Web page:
Maly’s representational hat tip to Donna Haraway’s A Cyborg Manifesto not only presents us with a female counter to stereotypically masculinzed representations of cyborgs. It also reminds us a cyborg’s extent need not be limited the dermal boundaries of an organism. Haraway writes
Why should bodies end at skin? From the seventeenth century till now, machines could be animated—given ghostly souls to make them speak or move or to account for their orderly development and mental capacities. Or organisms could be mechanized—reduced to body understood as a resource of mind. These machine/organism relationships are obsolete, unnecessary. For us, in imagination and in other practice, machines can be prosthetic devices, intimate components, friendly selves.
A cyborg might be a discrete humanoid or it might be materialized as a system» of interlinked entites such as a human and an on-board computer or it might be a widely distributed system (e.g. a microprocessor fabrication plant») whose constituent parts include humans, non-human animals, machines, and artificial intelligences. In other words, a cyborg might be comprised of any number constitutent parts and have any size or shape that can (and can’t) be imagined as long as some of those parts are machinic and others organic: a definition whose inclusiveness renders it nearly useless.
Cyborgs have no definite form because they comprise a hybrid category which designates systems whose constituent parts come from disparate ontological orders.
In We Have Never Been Modern, Bruno Latour asserts that the foundational principle of the Modern Constitution—the separation of nature from culture—never happened, that what scientists regarded» as laws of nature were, in fact, observations of the interaction between humans, machines, and non-humans. For Latour, there is no pure space of nature or culture, only nature-culture hybrids. I would like to make a similar proposal with regard to cyborgs which is that cyborgs never came into being because systems that integrate organisms and machines have always existed.
The Cyborg’s Stroll
In their challenge to the» psychoanalytic estblishment whose model of psyche componetizes the mind and whose model for social connection isolates individuals from each other, Gilles Deleuze and Félix Guattari articulate a vision of the world wherein everything is interconnected. They take as a model» Jakob Michael Reinhold Lenz’s sense that it must be a feeling of endless bliss to be in contact with the profound life of every form, to have a soul for rocks, metals, water, and plants, to take into himself, as in a dream, every element of nature, like flowers that breathe with the waxing and waning of the moon (qtd. in Deleuze). Leaving aside for now the problems that arise when articulating a worldview that partially originates from a fictional account of schizophrenia, itself largely understood as a failure to apprehend the real world in which we live, I want to look at the words which precede Deleuze and Guattari’s excerpt. There, Büchner writes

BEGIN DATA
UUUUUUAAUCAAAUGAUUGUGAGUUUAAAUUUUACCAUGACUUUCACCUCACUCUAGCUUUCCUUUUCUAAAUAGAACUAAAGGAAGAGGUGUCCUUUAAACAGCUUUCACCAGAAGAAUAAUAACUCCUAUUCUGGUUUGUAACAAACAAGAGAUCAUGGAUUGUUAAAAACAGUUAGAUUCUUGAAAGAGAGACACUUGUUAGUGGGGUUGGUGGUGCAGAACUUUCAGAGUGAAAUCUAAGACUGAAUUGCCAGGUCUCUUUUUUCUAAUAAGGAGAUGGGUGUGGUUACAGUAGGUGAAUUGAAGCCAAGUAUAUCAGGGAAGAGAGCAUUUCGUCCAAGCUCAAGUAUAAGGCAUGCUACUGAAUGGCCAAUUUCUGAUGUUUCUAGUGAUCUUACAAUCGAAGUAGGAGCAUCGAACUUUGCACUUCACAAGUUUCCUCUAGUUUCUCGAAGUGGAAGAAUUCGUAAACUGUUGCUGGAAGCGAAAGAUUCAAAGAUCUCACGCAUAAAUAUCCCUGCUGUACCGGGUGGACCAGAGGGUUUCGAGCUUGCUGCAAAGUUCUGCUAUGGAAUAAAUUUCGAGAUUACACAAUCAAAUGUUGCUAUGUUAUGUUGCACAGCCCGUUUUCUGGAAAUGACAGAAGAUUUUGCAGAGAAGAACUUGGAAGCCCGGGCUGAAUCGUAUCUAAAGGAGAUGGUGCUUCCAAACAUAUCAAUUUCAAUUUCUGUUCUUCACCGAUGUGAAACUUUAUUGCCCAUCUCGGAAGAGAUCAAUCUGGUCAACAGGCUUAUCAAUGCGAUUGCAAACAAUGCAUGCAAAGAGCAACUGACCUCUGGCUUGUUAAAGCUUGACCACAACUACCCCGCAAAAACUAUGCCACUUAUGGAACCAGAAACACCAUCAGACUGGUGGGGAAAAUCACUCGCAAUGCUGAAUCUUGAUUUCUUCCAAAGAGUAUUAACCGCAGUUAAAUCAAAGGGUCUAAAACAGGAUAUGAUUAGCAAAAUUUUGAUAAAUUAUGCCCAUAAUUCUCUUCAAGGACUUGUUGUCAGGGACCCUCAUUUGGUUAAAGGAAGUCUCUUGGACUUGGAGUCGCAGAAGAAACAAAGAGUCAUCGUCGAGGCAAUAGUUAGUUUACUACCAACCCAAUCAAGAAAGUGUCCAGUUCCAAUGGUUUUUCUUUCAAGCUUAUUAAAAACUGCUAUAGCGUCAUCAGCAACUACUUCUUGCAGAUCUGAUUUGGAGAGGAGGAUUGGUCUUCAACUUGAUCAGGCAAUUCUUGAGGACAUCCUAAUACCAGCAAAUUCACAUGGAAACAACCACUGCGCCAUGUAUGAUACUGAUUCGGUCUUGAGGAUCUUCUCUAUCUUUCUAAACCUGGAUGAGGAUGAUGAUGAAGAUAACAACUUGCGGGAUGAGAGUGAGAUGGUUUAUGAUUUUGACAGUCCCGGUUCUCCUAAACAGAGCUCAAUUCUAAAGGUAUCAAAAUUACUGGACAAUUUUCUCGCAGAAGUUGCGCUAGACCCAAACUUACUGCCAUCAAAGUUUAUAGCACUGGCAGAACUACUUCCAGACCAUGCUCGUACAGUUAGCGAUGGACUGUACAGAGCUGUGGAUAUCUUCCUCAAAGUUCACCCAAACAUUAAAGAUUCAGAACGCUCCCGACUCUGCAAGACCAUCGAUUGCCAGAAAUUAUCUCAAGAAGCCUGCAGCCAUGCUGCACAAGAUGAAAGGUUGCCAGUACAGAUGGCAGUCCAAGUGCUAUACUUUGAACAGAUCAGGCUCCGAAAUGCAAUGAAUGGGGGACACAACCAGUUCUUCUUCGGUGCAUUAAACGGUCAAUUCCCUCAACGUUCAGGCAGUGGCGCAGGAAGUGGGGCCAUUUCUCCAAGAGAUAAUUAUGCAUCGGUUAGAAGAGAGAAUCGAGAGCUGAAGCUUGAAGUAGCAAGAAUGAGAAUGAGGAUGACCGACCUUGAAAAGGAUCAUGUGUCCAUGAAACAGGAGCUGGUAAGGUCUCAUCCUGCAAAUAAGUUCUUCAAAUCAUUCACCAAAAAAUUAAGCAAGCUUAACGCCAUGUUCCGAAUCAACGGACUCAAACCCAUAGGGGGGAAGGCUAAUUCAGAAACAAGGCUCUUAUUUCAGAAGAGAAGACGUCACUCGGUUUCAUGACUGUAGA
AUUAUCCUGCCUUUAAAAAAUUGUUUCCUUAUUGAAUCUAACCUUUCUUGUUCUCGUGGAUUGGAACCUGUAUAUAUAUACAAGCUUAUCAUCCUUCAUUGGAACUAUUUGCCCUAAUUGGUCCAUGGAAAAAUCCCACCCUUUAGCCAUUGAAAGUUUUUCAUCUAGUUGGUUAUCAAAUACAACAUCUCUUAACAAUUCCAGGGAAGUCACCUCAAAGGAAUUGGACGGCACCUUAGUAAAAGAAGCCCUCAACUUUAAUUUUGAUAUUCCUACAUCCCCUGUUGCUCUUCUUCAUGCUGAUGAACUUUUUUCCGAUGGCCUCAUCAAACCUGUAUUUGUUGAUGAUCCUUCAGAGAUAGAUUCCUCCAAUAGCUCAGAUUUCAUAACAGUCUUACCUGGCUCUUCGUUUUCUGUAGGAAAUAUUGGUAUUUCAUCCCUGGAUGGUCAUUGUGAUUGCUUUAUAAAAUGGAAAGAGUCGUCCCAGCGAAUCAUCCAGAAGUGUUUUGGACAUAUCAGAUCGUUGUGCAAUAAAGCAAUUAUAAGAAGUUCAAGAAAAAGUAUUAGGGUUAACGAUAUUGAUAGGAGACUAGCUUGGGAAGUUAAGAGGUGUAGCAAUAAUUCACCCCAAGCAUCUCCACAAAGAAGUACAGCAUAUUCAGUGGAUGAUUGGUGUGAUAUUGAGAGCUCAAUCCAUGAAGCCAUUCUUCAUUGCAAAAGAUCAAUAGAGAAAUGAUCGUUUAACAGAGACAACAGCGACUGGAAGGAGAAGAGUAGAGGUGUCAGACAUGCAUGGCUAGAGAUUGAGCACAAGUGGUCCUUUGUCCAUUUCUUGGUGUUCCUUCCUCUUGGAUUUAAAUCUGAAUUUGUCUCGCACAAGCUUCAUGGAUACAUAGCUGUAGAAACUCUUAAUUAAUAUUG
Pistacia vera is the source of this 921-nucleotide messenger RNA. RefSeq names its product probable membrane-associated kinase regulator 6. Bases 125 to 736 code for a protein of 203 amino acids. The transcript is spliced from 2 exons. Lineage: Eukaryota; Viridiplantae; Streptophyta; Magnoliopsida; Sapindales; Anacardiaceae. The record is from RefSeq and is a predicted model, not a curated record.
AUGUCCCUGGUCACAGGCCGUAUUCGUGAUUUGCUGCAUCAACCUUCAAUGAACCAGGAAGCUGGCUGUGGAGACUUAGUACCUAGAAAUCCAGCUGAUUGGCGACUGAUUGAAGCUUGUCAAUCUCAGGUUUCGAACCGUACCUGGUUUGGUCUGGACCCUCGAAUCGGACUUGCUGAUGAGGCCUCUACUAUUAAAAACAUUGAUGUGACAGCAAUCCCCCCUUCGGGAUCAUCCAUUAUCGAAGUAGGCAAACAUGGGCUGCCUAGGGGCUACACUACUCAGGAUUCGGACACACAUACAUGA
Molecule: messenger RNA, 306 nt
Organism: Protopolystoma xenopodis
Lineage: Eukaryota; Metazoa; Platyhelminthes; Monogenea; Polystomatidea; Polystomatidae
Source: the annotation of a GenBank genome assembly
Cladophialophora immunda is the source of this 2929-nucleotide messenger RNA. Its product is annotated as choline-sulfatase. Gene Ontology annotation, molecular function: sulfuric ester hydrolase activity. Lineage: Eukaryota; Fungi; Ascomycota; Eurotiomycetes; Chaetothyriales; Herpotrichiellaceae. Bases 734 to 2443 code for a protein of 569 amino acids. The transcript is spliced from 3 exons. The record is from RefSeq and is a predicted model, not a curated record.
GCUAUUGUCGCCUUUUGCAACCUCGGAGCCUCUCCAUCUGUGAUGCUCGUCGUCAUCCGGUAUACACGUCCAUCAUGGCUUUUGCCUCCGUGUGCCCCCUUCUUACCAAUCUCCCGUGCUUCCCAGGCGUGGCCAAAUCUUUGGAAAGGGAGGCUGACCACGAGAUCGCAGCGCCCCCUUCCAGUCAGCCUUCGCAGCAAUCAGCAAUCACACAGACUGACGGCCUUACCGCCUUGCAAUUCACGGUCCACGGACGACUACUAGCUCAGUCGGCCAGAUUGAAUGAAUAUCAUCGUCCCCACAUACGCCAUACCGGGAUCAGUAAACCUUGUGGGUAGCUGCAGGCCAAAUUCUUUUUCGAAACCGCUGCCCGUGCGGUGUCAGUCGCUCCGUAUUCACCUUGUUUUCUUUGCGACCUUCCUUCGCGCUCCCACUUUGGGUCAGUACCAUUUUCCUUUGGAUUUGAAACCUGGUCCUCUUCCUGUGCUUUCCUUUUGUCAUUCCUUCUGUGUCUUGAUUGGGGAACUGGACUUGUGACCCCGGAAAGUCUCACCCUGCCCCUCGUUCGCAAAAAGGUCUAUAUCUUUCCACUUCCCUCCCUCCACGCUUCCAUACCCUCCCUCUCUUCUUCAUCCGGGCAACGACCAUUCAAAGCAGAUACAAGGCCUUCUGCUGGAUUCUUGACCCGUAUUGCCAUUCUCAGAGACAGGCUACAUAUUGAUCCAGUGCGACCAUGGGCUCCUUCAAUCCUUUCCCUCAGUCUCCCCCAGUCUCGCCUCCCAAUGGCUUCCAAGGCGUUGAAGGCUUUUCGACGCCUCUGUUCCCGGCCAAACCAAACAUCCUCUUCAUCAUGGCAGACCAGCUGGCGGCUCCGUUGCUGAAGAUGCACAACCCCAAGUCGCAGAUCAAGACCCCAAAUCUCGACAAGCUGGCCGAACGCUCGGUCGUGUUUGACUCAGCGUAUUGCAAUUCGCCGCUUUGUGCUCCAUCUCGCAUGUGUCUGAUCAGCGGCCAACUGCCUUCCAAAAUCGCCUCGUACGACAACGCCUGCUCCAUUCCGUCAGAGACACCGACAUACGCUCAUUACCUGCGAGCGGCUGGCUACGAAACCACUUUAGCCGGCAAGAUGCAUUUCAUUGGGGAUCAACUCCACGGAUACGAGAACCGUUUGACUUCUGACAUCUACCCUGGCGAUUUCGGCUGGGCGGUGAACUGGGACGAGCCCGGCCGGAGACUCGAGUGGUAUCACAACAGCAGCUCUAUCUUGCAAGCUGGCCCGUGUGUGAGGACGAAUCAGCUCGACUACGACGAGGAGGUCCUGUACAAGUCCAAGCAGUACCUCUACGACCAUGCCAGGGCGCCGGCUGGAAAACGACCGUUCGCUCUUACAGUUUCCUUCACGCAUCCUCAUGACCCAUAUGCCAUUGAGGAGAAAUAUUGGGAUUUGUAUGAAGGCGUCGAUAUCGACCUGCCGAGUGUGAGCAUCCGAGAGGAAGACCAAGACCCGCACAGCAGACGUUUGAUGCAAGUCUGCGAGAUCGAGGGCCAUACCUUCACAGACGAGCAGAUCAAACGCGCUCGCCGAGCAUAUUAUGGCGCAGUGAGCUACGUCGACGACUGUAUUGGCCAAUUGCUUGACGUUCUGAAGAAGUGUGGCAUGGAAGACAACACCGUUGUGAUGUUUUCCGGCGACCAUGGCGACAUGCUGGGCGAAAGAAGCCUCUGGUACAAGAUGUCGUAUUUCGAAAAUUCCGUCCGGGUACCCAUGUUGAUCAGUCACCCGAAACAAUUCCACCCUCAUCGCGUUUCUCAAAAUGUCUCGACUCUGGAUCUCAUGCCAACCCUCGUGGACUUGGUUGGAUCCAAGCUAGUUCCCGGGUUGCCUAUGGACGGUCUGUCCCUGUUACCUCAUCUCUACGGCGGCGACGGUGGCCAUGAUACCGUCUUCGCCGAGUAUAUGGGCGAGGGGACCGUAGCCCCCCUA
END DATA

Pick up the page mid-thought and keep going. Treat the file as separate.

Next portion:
[Lenz told Oberlin] that once in the mountains he had been thrown into a sort of trance as a result of looking into a deep, empty mountain pool. Lenz said that the spirit of the waters had come over him, too, and that it was then that he had discovered things about his own being. He continued. He said that the simplest, purest people were those who were near the elemental; that the more refined a man’s feelings and life, the more blunted this elemental sense becomes. He did not consider this a very high form of being, it wasn’t self-sufficient enough; but he thought that it must be a feeling of endless bliss[ . . . .]
The harmonious perception of all that exists and its interconnectedness (elemental sense) is here expressed as something distinct from refined [. . .] feelings and life, distinct that is from culture. To move from culture to a sense of the elemental is, in this view, to gain blissful understanding of the profound life of every form including rocks, metals, water, and plants. To move into the elemental is to internalize (to take into himself) every element of Nature.
This view connects everything existent (plants, animals, metals, molecules, rocks, etc.) with no distinction between the vital and the inert, the quick and the inanimate, the living and the non-living and, in the ontological order of the cyborg, the organic and the machinic.
Love in the Uncanny Valley
In the very place Lenz reaches a kind of spiritual epiphany wherein he recognizes a fundmental sameness and interconnection between living and non-living things, others encounter the Uncanny. The origins of the uncanny trace back to Freud’s interpretation of the loss of eyes in E. T. A. Hoffmann’s The Sandman.